2 Responses to The Earthwise Herbal: A Complete Guide to Old World Medicinal Plants

  1. David Ryan
    David Ryan May 11, 2011 at 4:04 am | | Reply
    22 of 23 people found the following review helpful:
    5.0 out of 5 stars
    For those who wanted another ‘Book of Herbal Wisdom’…, July 1, 2008
    David Ryan (northern california) –

    This review is from: The Earthwise Herbal: A Complete Guide to Old World Medicinal Plants (Paperback)

    I was lucky enough to be able to use a draft version of this text in conjunction with one of Matt Wood’s Herbal classes for most of the last year, and it fills virtually every hole [half the holes really] left open by the authors’ earlier *Book of Herbal Wisdom*; a true masterpiece which I and all of my fellow healers turn to over and over.

    BoHW had only 40 or so herbs and an excellent if brief Therapeutic Repertory at the end. This tome – or 1/2 tome really – has begun the process of providing a nearly complete Western Herbal Materia Medica; the like of which has not been seen since the Eclectics demise far back in the early 20th Century. And indeed goes beyond the Eclectics usual bare-boned and dry essentials for prescribing. Matt knows most of these plants like we know our friends. Like Tolkien’s ‘Smith of Wooten Major’ he has been given a passport to go directly into the worlds of the plants soul and spirit, and while we may never have such direct access ourselves, Matt gives us a travelog in this [and all his books] simply unsurpassed in all of the worlds Herbal Literature [or at least the big slices that have made it into English!]

    Another aspect makes this different from all other herbals out there is that it is a continuation of all that is good and true in most of the Schools of Western Herbology:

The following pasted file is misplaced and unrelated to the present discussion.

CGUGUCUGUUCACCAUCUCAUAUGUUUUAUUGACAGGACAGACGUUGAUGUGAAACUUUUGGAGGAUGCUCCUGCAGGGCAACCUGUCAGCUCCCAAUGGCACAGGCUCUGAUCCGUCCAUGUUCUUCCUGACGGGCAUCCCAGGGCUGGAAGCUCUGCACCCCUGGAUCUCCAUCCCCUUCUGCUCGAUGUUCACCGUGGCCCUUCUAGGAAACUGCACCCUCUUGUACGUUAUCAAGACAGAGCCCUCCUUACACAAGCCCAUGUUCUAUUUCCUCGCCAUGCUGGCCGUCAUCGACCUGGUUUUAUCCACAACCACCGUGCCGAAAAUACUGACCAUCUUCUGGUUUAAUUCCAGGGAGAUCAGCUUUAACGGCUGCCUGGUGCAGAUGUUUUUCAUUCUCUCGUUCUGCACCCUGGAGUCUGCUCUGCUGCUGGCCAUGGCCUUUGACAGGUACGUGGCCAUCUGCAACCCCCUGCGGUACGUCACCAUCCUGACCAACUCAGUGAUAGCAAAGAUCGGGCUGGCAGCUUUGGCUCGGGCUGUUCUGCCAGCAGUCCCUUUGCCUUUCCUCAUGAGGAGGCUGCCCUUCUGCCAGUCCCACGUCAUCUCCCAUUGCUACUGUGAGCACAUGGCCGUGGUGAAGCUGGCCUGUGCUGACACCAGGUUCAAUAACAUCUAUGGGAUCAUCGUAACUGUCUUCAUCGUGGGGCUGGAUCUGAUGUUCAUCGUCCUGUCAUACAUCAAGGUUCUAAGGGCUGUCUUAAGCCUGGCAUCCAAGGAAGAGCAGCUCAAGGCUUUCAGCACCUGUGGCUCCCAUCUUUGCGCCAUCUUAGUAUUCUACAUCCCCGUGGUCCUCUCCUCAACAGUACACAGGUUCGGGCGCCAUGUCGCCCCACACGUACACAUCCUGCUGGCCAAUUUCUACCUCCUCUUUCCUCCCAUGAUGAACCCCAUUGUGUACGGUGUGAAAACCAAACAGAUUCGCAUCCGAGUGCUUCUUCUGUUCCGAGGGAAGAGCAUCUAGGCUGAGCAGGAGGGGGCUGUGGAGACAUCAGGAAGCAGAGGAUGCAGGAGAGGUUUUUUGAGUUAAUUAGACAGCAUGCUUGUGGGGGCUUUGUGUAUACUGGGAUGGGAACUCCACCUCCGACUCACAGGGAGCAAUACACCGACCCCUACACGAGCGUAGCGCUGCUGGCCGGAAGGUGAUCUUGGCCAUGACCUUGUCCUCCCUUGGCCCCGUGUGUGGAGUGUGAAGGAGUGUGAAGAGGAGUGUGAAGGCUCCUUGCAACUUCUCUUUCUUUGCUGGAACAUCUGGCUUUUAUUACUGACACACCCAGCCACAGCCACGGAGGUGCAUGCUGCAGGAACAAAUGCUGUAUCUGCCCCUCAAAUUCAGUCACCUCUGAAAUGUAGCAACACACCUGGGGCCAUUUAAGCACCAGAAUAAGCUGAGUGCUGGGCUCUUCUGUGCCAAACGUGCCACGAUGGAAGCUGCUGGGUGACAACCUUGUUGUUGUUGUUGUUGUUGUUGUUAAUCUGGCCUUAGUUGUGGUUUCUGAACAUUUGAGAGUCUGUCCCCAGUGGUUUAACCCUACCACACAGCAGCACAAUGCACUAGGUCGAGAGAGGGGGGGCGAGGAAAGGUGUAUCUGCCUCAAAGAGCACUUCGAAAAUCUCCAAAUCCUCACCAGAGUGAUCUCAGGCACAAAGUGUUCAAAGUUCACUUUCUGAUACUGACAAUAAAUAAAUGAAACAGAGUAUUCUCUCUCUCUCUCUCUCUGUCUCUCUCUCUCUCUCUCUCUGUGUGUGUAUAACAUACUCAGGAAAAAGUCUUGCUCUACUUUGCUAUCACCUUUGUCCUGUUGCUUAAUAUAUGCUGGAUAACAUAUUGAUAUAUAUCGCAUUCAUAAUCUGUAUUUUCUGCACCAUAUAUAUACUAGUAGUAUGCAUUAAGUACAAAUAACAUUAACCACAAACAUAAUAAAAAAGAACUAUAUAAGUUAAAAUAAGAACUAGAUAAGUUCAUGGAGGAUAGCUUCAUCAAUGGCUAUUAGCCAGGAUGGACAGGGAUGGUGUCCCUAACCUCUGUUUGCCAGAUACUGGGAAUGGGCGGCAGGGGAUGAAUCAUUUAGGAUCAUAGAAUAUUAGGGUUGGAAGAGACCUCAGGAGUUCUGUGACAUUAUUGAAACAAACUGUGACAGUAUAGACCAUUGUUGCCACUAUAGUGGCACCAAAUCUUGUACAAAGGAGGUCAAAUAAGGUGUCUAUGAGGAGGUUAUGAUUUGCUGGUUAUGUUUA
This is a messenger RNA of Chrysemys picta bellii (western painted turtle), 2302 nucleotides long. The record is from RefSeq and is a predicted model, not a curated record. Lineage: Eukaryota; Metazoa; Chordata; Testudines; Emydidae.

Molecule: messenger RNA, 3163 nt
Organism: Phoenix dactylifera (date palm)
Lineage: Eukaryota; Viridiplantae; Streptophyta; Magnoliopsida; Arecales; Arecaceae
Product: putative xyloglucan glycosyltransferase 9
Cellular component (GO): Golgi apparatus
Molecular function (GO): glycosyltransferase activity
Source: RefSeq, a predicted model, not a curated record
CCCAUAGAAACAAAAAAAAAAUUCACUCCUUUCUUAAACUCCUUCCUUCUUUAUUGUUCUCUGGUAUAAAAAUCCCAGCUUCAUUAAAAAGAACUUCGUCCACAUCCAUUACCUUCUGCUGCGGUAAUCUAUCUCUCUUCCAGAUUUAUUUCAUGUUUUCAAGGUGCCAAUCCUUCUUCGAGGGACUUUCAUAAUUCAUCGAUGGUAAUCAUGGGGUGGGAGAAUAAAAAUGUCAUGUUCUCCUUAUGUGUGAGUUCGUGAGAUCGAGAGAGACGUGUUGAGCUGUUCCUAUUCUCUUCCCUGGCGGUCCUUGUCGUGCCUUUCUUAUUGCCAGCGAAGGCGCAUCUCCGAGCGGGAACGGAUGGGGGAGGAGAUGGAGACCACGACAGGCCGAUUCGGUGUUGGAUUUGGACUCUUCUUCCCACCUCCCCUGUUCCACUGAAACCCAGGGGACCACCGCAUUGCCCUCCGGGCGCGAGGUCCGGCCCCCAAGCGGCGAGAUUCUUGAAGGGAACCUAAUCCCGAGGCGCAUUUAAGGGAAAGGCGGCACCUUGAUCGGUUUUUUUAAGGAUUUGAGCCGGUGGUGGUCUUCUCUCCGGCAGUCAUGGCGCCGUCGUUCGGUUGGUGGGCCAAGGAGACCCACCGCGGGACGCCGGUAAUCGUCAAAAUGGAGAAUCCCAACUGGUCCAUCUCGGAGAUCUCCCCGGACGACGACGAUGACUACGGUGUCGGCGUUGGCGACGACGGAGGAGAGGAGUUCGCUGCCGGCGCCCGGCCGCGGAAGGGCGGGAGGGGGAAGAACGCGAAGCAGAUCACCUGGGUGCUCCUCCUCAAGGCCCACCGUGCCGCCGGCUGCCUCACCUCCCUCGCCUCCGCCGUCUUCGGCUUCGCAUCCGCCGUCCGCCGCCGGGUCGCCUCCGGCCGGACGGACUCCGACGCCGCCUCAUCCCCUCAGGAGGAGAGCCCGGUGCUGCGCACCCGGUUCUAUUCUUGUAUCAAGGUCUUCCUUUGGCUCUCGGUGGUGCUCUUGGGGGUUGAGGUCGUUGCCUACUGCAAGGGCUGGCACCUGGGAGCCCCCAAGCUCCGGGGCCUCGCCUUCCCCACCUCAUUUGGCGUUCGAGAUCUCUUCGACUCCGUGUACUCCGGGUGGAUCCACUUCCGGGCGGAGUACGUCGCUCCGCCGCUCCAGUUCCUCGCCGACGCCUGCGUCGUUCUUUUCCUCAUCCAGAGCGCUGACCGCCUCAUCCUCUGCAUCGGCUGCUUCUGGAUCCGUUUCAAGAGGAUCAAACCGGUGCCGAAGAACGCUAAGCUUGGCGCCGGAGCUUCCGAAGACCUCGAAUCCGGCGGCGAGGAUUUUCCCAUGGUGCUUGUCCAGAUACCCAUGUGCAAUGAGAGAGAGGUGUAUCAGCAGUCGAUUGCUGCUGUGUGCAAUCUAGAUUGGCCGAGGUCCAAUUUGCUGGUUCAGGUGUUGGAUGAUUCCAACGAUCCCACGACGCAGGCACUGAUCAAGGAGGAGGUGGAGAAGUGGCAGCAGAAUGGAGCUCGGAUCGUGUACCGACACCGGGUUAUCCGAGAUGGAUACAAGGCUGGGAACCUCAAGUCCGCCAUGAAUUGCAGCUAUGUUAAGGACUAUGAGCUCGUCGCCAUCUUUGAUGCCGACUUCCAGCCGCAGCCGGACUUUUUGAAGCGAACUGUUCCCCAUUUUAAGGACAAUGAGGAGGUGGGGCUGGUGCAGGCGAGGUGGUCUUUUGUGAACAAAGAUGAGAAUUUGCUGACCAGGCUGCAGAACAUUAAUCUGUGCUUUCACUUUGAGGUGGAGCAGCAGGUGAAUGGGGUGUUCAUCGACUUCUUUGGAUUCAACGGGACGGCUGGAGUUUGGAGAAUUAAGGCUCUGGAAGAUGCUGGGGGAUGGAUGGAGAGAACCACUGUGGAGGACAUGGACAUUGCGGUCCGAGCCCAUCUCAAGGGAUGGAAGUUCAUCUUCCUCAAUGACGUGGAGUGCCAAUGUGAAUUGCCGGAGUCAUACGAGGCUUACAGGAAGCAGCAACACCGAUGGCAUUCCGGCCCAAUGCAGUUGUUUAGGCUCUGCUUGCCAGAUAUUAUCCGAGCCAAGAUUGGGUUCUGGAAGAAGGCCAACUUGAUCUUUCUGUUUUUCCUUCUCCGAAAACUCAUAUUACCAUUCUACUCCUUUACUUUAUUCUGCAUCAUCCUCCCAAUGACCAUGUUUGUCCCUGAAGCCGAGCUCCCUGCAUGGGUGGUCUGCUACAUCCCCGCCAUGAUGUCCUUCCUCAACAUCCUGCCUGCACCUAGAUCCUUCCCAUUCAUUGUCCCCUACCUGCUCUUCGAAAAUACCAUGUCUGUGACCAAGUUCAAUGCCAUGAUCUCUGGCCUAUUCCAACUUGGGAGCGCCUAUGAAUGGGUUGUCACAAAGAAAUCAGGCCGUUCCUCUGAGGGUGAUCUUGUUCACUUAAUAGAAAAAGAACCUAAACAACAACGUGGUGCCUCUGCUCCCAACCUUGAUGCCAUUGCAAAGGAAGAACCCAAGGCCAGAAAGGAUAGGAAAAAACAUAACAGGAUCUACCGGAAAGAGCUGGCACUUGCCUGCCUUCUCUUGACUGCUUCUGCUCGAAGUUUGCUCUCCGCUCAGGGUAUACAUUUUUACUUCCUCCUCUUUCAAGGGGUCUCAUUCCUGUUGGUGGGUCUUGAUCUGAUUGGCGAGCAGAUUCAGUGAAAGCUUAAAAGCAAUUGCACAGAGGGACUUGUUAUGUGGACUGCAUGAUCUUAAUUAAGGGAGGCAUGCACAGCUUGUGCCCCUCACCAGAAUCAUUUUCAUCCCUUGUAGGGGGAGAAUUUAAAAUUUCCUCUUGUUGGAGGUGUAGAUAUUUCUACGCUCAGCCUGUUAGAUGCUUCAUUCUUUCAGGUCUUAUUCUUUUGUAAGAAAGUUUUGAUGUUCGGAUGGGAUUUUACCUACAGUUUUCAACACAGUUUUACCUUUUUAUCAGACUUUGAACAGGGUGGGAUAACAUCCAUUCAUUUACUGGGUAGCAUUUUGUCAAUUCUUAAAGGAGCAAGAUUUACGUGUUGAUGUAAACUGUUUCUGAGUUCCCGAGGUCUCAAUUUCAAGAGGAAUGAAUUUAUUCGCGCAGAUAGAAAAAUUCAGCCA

*Hippocratic and Galenic Humoralism
    *Paracelsian Natura Sophia and medicinal specifics
    *Physio-medicalism [Thompson and Dr. John Christopher]
    *The Eclectics [Jones, Rafinesque and Scudder]
    *Homeopathy – especially referencing the more eclectic Homeopaths like Burnett and Clarke – Matthew prefers the single remedy when possible but like most good herbalists – will use compounds if well indicated – and likely to benefit the patient]
    *Chinese Medicine – which the author studied independently and with famed underground Herbalist/Acupuncturist William LeSassier also receives not just it’s due, but it’s still living energetic/elemental tradition updates and infuses the authors revised western system of 6 tissue states [below] at nearly every turn.
    Constriction/Tension [TCM=Wind]
    These are the Western equivalent of Chinese Medicine’s Differentials – culled primarily from a 19th Century Physiomedical text but really being the medical/quasi-energetic terminology used by most 18th and 19th century healers of all schools to describe the conditions of all organs/glands/muscles etc [thus 'tissues'] as they could be perceived through palpation, pulse tongue and facial diagnosis.

    For an acupressurist/homeopathic bodyworker like myself wanting an herbal-homeopathic system rooted in western plants but open to/informed by chinese medicine and human energetics, his system is exactly what I was looking for.

    Keeping in mind this is ONLY Old -World plants [new world in the next volume due out shortly] undoubtedly many will find a plant or two they wish was covered, but far more importantly Matthew gives us the method [especially within his last books *Book of Herbal Wisdom* and *Practice of Traditional Western Herbalsim*] of seeing plants multi-dimensionally [essence and energetics, physical constituents, traditional uses], whether he has included them in his herbal or not!

    Matthew has taken the hints of Bach for a new medical system; the potential equal of Homeopathy but based on the virtues of plants instead of the poisons of metals, chemical compounds and toxic plants, and combined it with the Eclectics TCM-like differential diagnosis and has essentially called Traditional Western Herbalism out of it’s tomb like a 21st century medical Lazarus.